Only 16.4 percent of women within the reproductive age in the country turn up for cervical cancer screening, the Health Chief Administrative Secretary (CAS), Dr. Rashid Aman has said.
Dr. Aman noted the numbers were disturbingly low and attributed the poor turnout to lack of awareness.
Speaking at Kathonzweni during the launch of the National Cervical Cancer Awareness Week on Tuesday, the CAS said there was the need to mobilize women to go for early screening and urged chiefs and their assistants to help create awareness and save lives.
“Cervical cancer is one of the leading causes of death and has impoverished many Kenyans who seek medical treatment abroad. Kenyans need to be told to take charge of their health,” he said.
And in efforts to fight the cancer, Kenya was among the leading countries in Africa to initiate the Human Papilloma Virus (HPV) vaccine for girls below the age of ten, added Dr. Aman.
“In Makueni 30 percent of the girls have been vaccinated and we hope by March the county will have achieved 100 percent,” said the CAS.
He disclosed that the government has set up ten cancer treatment centres in the country to enhance the fight against cancer.
Dr. Aman said the centres had been equipped with all the required equipment and drugs for cancer treatment.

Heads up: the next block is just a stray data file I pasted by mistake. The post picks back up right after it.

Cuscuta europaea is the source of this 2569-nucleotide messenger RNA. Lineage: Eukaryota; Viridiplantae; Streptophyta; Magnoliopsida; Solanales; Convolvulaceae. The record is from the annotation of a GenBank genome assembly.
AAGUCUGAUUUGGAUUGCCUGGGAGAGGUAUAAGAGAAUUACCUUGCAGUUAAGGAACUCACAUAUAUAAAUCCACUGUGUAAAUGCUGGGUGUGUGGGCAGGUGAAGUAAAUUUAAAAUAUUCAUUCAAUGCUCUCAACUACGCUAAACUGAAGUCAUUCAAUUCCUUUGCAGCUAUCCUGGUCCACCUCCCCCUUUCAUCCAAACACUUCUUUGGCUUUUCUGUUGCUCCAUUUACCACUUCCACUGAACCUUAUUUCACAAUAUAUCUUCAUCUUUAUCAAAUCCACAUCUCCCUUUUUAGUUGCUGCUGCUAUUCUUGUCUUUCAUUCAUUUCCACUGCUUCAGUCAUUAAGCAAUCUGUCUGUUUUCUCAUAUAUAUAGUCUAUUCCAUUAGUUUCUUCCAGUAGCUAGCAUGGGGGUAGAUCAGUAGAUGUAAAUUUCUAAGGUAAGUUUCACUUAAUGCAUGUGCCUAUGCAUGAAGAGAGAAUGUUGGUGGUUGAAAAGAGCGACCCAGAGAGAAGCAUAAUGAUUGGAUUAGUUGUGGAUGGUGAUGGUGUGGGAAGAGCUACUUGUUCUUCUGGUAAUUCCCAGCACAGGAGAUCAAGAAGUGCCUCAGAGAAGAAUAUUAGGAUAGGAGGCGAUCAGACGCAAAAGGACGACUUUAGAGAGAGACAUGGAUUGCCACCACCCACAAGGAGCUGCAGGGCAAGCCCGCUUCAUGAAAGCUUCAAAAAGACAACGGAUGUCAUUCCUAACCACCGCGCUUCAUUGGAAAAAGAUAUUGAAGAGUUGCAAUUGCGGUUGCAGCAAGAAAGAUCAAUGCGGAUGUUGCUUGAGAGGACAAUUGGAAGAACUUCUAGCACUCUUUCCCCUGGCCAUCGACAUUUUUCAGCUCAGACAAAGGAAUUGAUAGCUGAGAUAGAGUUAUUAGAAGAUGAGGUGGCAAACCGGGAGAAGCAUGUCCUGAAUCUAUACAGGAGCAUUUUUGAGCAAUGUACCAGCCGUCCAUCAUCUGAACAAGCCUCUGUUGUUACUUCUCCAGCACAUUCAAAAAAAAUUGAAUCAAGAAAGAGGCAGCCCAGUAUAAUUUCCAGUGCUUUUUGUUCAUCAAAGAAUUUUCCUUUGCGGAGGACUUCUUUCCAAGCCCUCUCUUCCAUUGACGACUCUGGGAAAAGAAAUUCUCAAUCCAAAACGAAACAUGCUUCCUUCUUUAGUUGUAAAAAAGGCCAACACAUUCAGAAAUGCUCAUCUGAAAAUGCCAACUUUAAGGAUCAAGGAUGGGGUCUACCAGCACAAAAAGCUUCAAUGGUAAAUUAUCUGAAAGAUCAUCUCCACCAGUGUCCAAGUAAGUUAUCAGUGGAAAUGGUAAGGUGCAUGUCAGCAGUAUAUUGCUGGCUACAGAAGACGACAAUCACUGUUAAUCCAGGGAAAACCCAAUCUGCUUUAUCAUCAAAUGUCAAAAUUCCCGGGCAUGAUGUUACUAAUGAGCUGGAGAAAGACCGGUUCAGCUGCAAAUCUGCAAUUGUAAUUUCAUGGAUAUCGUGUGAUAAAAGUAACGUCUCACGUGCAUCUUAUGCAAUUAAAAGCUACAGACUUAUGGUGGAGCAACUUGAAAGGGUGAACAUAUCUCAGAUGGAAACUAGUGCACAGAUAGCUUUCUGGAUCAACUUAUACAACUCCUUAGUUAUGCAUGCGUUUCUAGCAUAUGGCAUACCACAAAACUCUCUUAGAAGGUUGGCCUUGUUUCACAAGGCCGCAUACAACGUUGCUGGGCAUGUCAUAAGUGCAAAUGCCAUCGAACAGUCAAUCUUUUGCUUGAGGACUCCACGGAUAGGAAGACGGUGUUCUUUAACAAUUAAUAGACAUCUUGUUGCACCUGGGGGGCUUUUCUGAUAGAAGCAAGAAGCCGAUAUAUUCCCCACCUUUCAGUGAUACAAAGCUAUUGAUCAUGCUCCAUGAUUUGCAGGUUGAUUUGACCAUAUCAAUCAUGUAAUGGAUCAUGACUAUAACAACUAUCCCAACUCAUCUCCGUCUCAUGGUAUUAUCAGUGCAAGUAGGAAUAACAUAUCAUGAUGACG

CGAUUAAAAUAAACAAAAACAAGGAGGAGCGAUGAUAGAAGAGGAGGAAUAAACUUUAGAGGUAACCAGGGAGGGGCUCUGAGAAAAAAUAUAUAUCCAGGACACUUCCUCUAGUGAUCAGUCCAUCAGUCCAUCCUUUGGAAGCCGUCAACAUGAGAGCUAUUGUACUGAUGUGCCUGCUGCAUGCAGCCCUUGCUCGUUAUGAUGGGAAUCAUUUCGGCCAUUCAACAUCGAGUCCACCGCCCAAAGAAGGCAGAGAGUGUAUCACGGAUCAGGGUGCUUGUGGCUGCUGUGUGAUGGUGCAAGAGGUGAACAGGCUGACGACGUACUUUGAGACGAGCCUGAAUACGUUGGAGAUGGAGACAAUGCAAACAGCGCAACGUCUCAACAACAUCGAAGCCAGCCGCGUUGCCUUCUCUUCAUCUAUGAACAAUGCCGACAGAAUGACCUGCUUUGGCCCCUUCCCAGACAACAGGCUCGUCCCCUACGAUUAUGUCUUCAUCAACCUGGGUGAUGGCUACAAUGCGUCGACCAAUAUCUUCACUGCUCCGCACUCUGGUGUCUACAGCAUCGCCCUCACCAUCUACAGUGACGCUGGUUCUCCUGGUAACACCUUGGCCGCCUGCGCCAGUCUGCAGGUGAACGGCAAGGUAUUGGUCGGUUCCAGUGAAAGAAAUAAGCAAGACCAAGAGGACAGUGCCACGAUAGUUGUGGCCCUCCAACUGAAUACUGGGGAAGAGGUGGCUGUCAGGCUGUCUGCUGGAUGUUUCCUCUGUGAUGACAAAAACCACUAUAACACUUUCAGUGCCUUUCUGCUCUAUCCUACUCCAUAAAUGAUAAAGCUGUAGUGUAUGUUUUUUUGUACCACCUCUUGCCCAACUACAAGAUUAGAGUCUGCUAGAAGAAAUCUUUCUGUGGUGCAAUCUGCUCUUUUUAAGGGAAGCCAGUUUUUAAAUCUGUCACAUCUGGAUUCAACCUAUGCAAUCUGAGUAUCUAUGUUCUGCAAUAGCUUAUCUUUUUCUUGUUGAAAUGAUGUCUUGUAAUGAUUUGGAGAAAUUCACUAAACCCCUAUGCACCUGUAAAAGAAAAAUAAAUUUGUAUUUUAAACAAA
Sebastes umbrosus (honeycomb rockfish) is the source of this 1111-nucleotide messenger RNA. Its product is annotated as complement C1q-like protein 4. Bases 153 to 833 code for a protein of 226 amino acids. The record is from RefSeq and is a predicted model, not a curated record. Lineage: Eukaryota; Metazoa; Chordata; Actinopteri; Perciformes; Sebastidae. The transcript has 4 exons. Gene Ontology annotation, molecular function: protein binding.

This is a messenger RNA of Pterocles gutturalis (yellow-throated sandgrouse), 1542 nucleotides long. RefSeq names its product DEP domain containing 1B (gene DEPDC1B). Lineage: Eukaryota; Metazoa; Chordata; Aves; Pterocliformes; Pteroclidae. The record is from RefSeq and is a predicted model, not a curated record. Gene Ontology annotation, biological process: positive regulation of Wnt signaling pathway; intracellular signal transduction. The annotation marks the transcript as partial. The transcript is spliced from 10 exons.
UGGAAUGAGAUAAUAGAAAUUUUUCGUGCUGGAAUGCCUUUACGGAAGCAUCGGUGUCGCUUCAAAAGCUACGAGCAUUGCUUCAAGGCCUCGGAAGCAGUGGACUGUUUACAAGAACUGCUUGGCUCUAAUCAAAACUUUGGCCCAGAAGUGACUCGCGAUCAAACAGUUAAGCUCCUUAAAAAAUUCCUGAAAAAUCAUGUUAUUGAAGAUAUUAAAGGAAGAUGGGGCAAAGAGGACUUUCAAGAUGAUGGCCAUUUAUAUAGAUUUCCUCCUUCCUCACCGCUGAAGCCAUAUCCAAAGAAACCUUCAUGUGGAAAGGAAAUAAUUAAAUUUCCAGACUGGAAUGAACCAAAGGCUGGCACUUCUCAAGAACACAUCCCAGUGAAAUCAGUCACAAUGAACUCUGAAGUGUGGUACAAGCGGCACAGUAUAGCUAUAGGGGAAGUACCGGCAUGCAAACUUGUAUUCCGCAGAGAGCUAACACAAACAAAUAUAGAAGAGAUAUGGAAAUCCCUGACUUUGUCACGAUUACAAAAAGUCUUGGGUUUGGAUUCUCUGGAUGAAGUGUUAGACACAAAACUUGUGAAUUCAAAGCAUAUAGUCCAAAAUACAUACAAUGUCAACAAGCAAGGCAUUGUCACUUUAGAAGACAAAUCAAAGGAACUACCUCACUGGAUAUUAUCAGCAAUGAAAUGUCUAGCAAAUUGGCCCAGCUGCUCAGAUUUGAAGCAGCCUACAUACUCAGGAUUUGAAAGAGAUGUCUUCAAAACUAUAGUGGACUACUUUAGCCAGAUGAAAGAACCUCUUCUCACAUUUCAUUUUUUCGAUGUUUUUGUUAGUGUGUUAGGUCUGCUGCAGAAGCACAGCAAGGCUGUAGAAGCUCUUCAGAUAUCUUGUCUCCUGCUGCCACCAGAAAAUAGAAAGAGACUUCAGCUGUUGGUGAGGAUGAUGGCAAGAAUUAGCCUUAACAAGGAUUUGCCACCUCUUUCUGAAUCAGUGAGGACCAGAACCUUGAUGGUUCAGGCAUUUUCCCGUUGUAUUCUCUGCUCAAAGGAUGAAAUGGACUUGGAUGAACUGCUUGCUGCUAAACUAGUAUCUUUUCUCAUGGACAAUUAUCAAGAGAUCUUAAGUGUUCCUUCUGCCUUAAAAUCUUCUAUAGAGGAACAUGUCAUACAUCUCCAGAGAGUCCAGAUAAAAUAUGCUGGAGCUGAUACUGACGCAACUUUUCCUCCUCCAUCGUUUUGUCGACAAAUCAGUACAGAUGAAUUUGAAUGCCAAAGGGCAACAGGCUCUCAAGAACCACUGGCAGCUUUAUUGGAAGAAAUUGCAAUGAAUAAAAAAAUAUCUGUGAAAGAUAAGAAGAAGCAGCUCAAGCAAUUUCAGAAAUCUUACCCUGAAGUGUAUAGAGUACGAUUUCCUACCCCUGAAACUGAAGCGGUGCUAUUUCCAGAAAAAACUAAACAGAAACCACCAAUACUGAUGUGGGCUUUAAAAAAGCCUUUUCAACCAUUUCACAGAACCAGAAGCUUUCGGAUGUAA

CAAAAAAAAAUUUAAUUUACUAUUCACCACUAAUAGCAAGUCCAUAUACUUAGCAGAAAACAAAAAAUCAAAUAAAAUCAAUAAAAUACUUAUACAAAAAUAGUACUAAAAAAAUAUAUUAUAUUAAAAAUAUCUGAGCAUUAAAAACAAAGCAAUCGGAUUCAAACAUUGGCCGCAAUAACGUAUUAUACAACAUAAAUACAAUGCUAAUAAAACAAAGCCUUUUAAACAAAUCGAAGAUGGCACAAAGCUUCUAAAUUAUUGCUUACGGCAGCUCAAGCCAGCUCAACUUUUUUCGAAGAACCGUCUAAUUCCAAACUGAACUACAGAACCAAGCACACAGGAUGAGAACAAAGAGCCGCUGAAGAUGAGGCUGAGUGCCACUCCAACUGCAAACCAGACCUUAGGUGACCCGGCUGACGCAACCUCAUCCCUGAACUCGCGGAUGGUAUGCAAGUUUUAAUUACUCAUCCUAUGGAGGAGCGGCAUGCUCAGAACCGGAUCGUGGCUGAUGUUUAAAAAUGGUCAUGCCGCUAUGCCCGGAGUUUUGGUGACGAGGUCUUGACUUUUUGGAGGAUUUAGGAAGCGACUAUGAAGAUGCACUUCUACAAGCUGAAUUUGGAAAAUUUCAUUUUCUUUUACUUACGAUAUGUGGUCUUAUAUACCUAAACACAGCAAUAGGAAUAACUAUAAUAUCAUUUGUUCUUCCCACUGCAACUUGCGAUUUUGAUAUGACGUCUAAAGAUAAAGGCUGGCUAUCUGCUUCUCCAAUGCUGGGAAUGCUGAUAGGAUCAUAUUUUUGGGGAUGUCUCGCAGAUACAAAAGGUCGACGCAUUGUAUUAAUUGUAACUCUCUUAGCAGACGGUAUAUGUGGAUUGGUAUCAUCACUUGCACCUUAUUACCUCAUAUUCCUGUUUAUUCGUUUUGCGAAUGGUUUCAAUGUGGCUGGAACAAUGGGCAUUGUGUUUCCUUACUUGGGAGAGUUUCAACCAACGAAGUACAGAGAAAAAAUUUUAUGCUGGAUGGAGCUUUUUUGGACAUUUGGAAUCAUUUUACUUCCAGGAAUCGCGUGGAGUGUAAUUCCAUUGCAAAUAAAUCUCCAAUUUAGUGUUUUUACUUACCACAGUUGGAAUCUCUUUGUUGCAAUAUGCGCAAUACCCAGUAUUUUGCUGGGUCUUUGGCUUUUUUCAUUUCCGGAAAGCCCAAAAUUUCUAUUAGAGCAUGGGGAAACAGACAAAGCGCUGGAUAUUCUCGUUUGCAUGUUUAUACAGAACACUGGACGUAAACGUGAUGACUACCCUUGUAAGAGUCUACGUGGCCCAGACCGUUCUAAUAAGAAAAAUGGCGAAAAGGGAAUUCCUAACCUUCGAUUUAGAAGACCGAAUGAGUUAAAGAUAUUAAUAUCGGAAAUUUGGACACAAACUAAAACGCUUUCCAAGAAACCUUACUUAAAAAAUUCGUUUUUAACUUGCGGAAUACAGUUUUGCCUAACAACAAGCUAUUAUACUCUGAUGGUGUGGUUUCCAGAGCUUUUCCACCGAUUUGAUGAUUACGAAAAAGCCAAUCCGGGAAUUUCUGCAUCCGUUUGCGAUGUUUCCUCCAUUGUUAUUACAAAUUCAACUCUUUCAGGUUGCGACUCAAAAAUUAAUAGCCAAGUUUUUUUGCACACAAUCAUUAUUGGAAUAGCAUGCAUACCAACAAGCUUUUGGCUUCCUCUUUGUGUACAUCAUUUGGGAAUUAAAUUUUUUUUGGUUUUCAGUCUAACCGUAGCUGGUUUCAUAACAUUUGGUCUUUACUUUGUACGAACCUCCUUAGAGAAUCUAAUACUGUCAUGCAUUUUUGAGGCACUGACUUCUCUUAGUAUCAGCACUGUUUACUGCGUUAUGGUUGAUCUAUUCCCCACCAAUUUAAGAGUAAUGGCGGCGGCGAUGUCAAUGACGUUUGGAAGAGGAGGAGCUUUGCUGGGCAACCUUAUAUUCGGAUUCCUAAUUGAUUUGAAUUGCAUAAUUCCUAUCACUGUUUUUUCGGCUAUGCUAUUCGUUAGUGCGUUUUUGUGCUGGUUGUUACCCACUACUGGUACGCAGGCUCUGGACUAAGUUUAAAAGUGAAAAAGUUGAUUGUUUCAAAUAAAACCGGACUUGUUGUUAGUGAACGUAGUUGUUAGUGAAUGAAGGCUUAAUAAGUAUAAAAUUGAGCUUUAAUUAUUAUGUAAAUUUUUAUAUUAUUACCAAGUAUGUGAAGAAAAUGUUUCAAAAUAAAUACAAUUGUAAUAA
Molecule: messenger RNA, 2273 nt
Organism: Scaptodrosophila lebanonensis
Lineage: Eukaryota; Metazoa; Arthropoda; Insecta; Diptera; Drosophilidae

“These centres will provide services for cancer screening and treatment and plans are under way to create more chemotherapy and radiotherapy centres to improve access to cancer treatment,” added the CAS.
He urged women to go for screening to avert cervical cancer and disclosed that the Ministry of Health was targeting to screen 5,000 women across the country during the awareness week.
“No woman or girl should be left behind, screening is available in all public health facilities, Faith Based medical centres and selected private health facilities,” said Dr. Aman.
Speaking at the same event, the Chief Executive Officer (CEO) National Cancer Institute of Kenya, Dr. Alfred Karagu appealed to Kenyans to go for regular screening to avert cervical cancer.
Dr. Karagu said cervical cancer was one of the treatable cancers if detected early. “Early detection can save lives,” said the CEO.
The Makueni Heath Executive, Dr. Andrew Mulwa decried the rise of non-communicable diseases in the country including cancer, diabetes and blood pressure.
Mulwa said close to 29,000 Kenyans dies each year due to cancer and underscored the need for both levels of government to prioritise cancer.
“Cancer has become very prevalent and emphasis should be put on screening,” said the health executive.
He said the Universal Health Care (UHC) programme that the government plans to roll out should, include screening for cancers and other non-communicable diseases as a package to save lives.
“UHC is one of the big four agenda and should include cancer screening as a package,” said Mulwa.
Also in attendance was the Makueni Deputy Governor, Adelina Mwau, the County Commissioner, Maalim Mohammed and the Makueni MP, Daniel Maanzo
By Roselyne Kavoo